Here at MakeUseOf, we give Opera its fair share of coverage. But all of these Opera-related articles will probably interest you only if you’ve tried Opera before. With Google Chrome and Firefox each making such a strong case for itself as the ultimate browser, it is sometimes easy to forget Opera. But in truth, Opera 11 is an absolutely amazing browser.
While I currently use Firefox as my main browser, I find myself turning to Opera again and again, several times every week. It can be difficult to switch to a different “primary” browser, especially if you’re already set up in another browser with all of your favorite extensions and tweaks.
But if you take Opera as a “secondary” browser and only use it now and then, you may just fall in love with it. Here are some of the main reasons why Opera rocks and you should try it out.
It Feels Fast
For me, this is the number one reason to use Opera. I had Chrome customized to the gills, but it was slow. Yes, Chrome was slow for me. I don’t necessarily mean webpage rendering, but general performance and responsiveness – the application itself would just freeze for seconds at a time on my computer. I made sure to install the minimum number of extensions, and would constantly disable extensions I found I didn’t use much, but that didn’t really help. The reason I speak of Chrome in past tense is that I’ve since switched to Firefox, but even Firefox is not immune to slowdowns (even though there are quite a few tricks to deal with that, which I will share in another post).
The bottom line is the same in both cases: Whether I am using Firefox or Chrome, some of the things that make them great can also make them slow. Opera is very powerful without any extensions: Above you can see its built-in content blocking feature, which is something neither Firefox nor Chrome have natively. Thanks to its power, you actually need a minimum number of extensions to enjoy a great browsing experience – and that translates to better speed. Add Opera Turbo, and you get one seriously fast browser.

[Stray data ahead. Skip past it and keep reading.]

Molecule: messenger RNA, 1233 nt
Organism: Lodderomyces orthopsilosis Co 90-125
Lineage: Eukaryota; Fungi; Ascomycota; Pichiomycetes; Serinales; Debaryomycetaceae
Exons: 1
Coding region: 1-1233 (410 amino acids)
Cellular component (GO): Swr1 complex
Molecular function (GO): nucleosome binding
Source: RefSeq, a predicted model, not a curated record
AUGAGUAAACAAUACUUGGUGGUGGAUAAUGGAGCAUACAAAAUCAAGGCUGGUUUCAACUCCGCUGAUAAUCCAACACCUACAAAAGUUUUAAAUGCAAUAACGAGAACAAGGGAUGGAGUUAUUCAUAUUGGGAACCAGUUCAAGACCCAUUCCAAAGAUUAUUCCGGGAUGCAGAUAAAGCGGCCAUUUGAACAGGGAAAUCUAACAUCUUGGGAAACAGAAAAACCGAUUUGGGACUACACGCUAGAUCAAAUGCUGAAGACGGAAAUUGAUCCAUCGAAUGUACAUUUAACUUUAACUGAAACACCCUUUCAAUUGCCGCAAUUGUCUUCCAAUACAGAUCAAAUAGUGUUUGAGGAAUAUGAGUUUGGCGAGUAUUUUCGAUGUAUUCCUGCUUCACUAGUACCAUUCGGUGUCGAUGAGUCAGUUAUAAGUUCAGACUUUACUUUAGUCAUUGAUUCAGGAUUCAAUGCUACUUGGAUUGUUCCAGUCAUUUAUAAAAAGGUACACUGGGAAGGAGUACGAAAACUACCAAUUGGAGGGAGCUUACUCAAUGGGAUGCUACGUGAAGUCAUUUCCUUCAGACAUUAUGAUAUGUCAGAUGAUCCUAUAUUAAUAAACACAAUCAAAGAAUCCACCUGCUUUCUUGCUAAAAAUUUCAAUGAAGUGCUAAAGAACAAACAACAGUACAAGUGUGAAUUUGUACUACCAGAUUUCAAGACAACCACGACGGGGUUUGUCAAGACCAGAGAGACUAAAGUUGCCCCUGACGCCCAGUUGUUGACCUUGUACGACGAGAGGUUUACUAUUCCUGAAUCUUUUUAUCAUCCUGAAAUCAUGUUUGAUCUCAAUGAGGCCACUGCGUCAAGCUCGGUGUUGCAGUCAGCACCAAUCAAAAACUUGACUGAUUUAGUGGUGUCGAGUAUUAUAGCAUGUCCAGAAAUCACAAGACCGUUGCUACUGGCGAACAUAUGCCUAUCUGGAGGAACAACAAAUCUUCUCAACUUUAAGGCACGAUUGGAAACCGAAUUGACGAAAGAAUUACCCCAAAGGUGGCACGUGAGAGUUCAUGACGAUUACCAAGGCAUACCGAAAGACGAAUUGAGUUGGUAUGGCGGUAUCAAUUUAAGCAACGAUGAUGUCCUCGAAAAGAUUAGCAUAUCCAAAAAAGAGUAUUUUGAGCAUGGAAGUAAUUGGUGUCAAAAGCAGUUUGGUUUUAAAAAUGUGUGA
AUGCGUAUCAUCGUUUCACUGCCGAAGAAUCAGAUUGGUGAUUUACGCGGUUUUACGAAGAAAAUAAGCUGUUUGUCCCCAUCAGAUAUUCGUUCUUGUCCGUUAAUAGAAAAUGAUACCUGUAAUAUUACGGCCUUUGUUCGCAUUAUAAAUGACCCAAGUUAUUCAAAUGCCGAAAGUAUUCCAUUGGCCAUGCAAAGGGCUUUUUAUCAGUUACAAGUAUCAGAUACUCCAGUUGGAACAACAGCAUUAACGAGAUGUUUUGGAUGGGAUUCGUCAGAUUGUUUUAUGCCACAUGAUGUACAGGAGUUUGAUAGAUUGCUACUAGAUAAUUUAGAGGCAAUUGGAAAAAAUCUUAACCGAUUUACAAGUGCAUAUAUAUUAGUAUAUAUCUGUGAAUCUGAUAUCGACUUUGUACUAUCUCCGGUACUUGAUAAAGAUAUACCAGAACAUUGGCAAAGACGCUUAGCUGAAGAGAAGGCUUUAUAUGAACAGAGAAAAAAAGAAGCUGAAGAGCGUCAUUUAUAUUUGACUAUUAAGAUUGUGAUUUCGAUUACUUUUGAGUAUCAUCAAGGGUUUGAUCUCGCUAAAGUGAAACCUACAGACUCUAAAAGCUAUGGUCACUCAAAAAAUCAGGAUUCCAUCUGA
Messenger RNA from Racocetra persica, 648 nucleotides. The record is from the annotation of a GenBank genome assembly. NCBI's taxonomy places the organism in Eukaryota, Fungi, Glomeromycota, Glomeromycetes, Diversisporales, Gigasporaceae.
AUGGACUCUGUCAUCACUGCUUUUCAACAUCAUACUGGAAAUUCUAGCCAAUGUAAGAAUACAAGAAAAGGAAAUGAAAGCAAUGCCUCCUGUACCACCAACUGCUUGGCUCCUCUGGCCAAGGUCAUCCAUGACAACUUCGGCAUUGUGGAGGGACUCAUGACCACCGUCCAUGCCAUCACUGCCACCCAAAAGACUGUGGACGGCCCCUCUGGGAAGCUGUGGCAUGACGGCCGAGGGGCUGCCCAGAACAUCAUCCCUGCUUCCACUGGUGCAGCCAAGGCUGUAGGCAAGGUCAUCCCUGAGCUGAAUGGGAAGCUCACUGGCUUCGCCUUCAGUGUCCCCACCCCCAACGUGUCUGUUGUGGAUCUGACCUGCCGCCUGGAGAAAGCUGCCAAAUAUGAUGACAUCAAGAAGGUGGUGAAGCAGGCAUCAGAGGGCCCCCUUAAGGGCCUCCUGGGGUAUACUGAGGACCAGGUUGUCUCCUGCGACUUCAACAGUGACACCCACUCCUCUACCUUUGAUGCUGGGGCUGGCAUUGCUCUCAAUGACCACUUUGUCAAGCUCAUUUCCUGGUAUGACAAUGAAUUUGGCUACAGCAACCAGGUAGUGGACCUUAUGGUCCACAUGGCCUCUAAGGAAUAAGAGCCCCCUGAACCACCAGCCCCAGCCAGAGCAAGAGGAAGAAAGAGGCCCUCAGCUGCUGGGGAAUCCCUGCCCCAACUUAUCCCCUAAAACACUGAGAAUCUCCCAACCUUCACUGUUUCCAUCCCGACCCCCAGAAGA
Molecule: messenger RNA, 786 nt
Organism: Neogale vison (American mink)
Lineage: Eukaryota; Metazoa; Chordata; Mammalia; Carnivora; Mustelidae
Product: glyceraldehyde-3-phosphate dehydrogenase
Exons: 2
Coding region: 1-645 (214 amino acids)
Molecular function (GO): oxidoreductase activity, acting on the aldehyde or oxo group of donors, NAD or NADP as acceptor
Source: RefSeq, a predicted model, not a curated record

Try this with your browser: Put your mouse right under the tabs (between the tabs and address bar), and pull down. What happened? Nothing? That’s because you’re not using Opera. With Opera, this simple gesture “unpacks” the tab bar, and makes every tab into a miniature thumbnail of the webpage. This is an extremely useful feature when researching a focused topic: Above you can see three tabs that all start with the word “Opera”, two of which have the same favicon. With Tab Previews, it’s much easier to switch to the exact tab I need without having to read a long caption to see which of the three similar pages it might be.
Opera also has tab thumbnails that pop up when you hover over a tab; it is one of the first (if not the very first) browser to feature tabs, and it continues to innovate with tabs to this day.
The Original Speed Dial
Yet another highly emulated feature, Opera’s Speed Dial is the original, and it is still the best in class. Chrome’s “modern” New Tab screen doesn’t even let you pick the websites you want to pin (!), and Firefox’s latest cutting-edge build, 10.0.2, doesn’t even have a New Tab page – it just shows a blank window. Sure, you can install extensions to simulate Opera’s awesome native functionality, but these are serious memory hogs. I’ve written about Speed Dial 2 for Chrome, and it is an excellent add-on, but it took over 20MB of RAM on my system even when it wasn’t being shown. With Opera, I get better functionality baked in, without having to install an add-on.
We don’t all have 100Mbps fiber-to-the-home connections. On a slower broadband connection, not to mention a dialup connection, Opera’s Turbo feature can make a real difference. It’s a similar feature to the one offered for mobile browsers to reduce data plan usage: Opera compresses every page you browse on their own servers, and then you get it from Opera (not from the original server). You can think of it as a built-in proxy with compression, and it works quite well.
It is built very thoughtfully, with an Automatic mode that switches compression on only when you’re connected to a slow network. So if you’re using your laptop at home with your fast connection, Turbo switches itself off; at the coffee shop with the crappy Wi-Fi, it switches back on, and delivers a better browsing experience than your fellow latte drinkers get.
Customizable Keyboard Shortcuts
As some of you may remember, I use the alternative (and highly superior) Colemak keyboard layout. Because my keys are laid out differently, sometimes I find it easier to customize shortcut keys to be easier to reach. This doesn’t happen often (Colemak keeps zxcvb on the same places as QWERTY, for just that reason), but it’s nice to have the option. Opera includes a built-in feature that lets me tweak the keys however I see fit – again, no add-on needed.